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Reprod Sci. 2014 May;21(5):590-3. doi: 10.1177/1933719113506497. Epub 2013 Oct 17.

The effect of paternal age on outcome in assisted reproductive technology using the ovum donation model.

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1Trihealth Department of Obstetrics and Gynecology, Bethesda Fertility Center, Cincinnati, OH, USA.



To determine the effect of paternal age (PA) on implantation and live birth rates in an ovum donation program.


Retrospective study.


A total of 237 ovum donor cycles were reviewed. All donors were stimulated with gonadotrophin-releasing hormone agonist (GnRHa) downregulation and human menopausal gonadotropin. Recipients were prepared with GnRHa downregulation and estradiol/progesterone replacement. Embryo transfers were done at blastocyst stage under ultrasound guidance. The effect of PA on outcome was analyzed controlling for number and grade of embryos transferred. Outcome was not pregnant (NP), spontaneous abortion (SAb), and live births (LBs).


Of the 237 cycles, 36 resulted in NP (15.2%), 39 in SAb (16.5%), and 162 in LB (68.4%). The mean PA (MPA) was significantly different between the 3 groups, and implantation rates also declined with increasing MPA (P =.01). Overall, the mean number and grade of embryos transferred were 2.1 ± 0.4 and 1.3 ± 0.4, respectively. The NP couples had more embryos of poorer grade than SAb and LB couples (P <.05), but there were no differences between SAb and NP couples (P >.85). Logistic regression analysis demonstrated a 26% lower odds of live birth rate with each 5-year increase in PA (P =.01).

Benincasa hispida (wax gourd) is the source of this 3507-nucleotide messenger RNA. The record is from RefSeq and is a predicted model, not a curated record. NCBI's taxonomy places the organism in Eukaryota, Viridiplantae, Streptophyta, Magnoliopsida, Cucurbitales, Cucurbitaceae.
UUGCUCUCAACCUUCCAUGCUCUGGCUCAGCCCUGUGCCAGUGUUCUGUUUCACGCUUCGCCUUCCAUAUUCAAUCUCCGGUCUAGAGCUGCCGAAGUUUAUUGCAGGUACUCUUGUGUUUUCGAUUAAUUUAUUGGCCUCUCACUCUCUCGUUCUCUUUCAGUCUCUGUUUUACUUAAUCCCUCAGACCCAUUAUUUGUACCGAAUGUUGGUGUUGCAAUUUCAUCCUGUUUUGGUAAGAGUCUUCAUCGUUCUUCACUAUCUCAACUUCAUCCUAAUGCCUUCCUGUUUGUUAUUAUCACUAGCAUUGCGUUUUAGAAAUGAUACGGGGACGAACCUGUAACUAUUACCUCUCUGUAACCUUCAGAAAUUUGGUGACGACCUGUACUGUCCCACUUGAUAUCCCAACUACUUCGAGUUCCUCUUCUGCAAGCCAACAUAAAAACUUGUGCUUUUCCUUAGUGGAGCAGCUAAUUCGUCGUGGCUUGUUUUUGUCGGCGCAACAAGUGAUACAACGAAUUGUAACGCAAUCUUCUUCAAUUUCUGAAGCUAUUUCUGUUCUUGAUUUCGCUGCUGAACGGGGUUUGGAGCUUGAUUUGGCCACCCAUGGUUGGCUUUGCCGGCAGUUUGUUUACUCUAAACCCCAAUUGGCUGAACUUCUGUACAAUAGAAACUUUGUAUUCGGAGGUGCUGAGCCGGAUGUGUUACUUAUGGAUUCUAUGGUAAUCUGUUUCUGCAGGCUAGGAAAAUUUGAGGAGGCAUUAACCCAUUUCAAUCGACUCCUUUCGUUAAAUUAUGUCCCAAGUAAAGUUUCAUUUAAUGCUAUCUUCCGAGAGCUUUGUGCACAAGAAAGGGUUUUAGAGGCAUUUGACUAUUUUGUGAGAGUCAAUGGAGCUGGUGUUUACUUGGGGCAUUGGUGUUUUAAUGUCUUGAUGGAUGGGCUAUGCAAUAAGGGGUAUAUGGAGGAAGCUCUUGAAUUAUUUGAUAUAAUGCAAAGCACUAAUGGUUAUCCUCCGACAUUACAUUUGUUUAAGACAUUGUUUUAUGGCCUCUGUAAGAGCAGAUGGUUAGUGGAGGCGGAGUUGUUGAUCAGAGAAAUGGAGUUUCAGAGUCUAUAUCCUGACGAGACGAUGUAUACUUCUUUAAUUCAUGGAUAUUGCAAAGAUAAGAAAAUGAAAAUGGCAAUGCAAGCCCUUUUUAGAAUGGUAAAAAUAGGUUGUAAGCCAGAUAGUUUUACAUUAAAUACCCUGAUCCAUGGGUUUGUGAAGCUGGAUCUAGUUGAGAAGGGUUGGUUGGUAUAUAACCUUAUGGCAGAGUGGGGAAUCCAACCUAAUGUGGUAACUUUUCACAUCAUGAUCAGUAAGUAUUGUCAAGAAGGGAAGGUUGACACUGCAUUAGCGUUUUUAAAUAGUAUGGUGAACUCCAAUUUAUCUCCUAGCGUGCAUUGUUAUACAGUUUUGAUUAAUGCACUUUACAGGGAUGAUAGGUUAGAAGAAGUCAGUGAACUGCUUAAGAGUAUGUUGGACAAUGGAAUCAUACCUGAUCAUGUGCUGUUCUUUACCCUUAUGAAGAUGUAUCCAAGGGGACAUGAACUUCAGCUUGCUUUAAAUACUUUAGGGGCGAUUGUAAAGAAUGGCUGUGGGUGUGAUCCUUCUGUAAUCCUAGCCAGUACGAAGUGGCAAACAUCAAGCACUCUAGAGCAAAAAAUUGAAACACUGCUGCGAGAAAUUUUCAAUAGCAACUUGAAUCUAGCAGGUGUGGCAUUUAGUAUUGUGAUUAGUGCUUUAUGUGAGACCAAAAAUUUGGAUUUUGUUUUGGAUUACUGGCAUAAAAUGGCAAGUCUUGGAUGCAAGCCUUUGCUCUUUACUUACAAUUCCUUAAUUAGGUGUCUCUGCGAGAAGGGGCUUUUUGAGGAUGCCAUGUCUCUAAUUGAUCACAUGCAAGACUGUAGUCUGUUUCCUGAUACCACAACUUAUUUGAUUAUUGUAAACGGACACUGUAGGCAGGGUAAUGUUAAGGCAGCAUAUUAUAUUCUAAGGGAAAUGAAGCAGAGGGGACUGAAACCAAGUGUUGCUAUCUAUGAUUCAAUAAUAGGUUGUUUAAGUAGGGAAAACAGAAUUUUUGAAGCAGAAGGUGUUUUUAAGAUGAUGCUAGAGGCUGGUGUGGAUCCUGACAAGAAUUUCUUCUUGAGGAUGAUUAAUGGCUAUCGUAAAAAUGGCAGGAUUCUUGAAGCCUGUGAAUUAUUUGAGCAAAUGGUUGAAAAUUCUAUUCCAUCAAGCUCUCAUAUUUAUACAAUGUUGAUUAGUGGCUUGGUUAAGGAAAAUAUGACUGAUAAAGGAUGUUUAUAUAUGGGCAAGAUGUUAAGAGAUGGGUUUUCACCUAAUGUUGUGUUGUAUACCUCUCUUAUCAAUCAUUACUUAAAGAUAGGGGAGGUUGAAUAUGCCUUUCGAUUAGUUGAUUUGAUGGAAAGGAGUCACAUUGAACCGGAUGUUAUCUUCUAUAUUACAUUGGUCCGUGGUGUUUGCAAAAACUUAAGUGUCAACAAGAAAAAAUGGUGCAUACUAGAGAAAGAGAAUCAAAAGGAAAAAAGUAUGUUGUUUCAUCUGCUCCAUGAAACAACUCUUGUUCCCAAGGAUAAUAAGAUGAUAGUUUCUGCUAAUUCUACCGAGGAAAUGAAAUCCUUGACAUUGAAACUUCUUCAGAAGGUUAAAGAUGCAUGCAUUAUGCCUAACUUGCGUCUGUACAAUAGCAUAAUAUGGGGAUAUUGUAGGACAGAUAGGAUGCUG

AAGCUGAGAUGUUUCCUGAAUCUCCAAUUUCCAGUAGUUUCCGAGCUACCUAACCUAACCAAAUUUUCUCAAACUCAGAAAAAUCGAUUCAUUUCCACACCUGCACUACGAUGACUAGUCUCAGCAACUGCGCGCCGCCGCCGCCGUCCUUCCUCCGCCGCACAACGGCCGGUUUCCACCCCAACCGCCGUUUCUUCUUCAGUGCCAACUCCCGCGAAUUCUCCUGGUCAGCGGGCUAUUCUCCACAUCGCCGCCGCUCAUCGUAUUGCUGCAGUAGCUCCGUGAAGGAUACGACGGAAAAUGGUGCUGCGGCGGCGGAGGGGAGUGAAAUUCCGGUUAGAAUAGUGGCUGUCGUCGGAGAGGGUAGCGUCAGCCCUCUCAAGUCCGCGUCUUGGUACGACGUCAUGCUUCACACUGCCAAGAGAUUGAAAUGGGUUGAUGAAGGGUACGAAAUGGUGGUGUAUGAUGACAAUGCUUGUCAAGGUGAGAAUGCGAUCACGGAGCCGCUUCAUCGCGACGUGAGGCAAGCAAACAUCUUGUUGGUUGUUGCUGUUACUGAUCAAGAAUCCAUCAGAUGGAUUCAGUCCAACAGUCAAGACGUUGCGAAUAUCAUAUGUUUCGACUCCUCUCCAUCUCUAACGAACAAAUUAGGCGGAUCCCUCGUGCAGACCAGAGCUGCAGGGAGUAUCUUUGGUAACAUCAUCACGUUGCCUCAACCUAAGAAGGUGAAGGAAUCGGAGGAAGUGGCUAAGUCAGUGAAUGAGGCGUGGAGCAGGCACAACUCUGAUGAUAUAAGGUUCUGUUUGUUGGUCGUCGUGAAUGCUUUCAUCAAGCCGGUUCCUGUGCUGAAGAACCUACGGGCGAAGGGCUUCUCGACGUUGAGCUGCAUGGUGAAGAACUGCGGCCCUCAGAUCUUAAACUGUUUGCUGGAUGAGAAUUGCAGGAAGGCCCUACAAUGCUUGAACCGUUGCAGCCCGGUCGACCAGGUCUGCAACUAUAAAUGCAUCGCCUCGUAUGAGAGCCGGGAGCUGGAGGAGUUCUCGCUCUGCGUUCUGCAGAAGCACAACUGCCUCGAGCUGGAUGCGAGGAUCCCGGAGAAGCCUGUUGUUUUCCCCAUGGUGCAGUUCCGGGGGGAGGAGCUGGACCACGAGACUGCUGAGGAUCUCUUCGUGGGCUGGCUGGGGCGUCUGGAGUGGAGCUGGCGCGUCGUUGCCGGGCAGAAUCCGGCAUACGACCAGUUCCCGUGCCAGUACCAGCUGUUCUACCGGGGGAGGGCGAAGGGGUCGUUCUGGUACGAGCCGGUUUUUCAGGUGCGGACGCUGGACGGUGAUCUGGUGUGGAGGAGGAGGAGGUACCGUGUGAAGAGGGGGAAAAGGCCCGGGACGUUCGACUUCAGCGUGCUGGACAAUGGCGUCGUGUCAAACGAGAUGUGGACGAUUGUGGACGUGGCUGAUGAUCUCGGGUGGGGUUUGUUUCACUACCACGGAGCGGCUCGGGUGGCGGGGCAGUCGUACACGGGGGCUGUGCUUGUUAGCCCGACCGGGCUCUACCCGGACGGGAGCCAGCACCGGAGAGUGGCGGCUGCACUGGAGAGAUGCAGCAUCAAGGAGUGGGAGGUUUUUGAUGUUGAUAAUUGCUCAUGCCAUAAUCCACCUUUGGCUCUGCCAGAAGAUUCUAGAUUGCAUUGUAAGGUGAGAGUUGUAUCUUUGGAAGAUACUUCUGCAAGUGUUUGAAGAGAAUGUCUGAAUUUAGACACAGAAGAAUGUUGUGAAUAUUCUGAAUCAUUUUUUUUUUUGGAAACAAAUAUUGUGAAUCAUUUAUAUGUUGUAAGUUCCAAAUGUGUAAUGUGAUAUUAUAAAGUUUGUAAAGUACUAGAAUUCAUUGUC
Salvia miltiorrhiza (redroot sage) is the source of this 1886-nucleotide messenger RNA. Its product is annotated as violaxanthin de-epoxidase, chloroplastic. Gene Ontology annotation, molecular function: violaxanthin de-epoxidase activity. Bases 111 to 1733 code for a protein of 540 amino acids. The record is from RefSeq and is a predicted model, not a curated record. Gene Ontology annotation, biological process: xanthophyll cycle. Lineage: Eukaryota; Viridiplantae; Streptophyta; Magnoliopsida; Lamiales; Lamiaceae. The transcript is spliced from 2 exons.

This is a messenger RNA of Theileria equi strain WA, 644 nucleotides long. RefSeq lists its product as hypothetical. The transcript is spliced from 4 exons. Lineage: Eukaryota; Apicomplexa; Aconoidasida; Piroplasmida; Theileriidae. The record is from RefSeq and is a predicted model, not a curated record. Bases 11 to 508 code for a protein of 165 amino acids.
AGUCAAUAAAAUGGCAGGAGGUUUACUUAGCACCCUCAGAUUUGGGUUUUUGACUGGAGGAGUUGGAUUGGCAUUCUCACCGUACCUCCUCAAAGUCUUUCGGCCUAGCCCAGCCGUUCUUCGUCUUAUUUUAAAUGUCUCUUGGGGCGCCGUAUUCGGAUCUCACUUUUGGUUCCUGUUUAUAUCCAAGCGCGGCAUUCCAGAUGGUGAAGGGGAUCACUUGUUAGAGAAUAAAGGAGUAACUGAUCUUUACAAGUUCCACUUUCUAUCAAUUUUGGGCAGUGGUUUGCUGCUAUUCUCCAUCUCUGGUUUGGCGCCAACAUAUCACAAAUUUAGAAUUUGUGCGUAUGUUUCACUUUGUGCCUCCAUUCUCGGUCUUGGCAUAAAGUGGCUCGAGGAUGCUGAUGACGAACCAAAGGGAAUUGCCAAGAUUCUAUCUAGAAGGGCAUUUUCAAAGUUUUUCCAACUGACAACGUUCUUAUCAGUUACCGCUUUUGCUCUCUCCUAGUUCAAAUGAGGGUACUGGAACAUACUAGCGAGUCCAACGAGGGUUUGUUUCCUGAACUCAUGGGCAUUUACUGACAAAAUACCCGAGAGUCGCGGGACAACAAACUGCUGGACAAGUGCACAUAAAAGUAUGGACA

Advanced PA has an adverse impact on assisted reproductive technology (ART) outcome. After adjusting for number and embryo grades transferred, a younger PA has a more favorable ART outcome.


ART outcome; embryo quality; ovum donation model; paternal age

[Indexed for MEDLINE]

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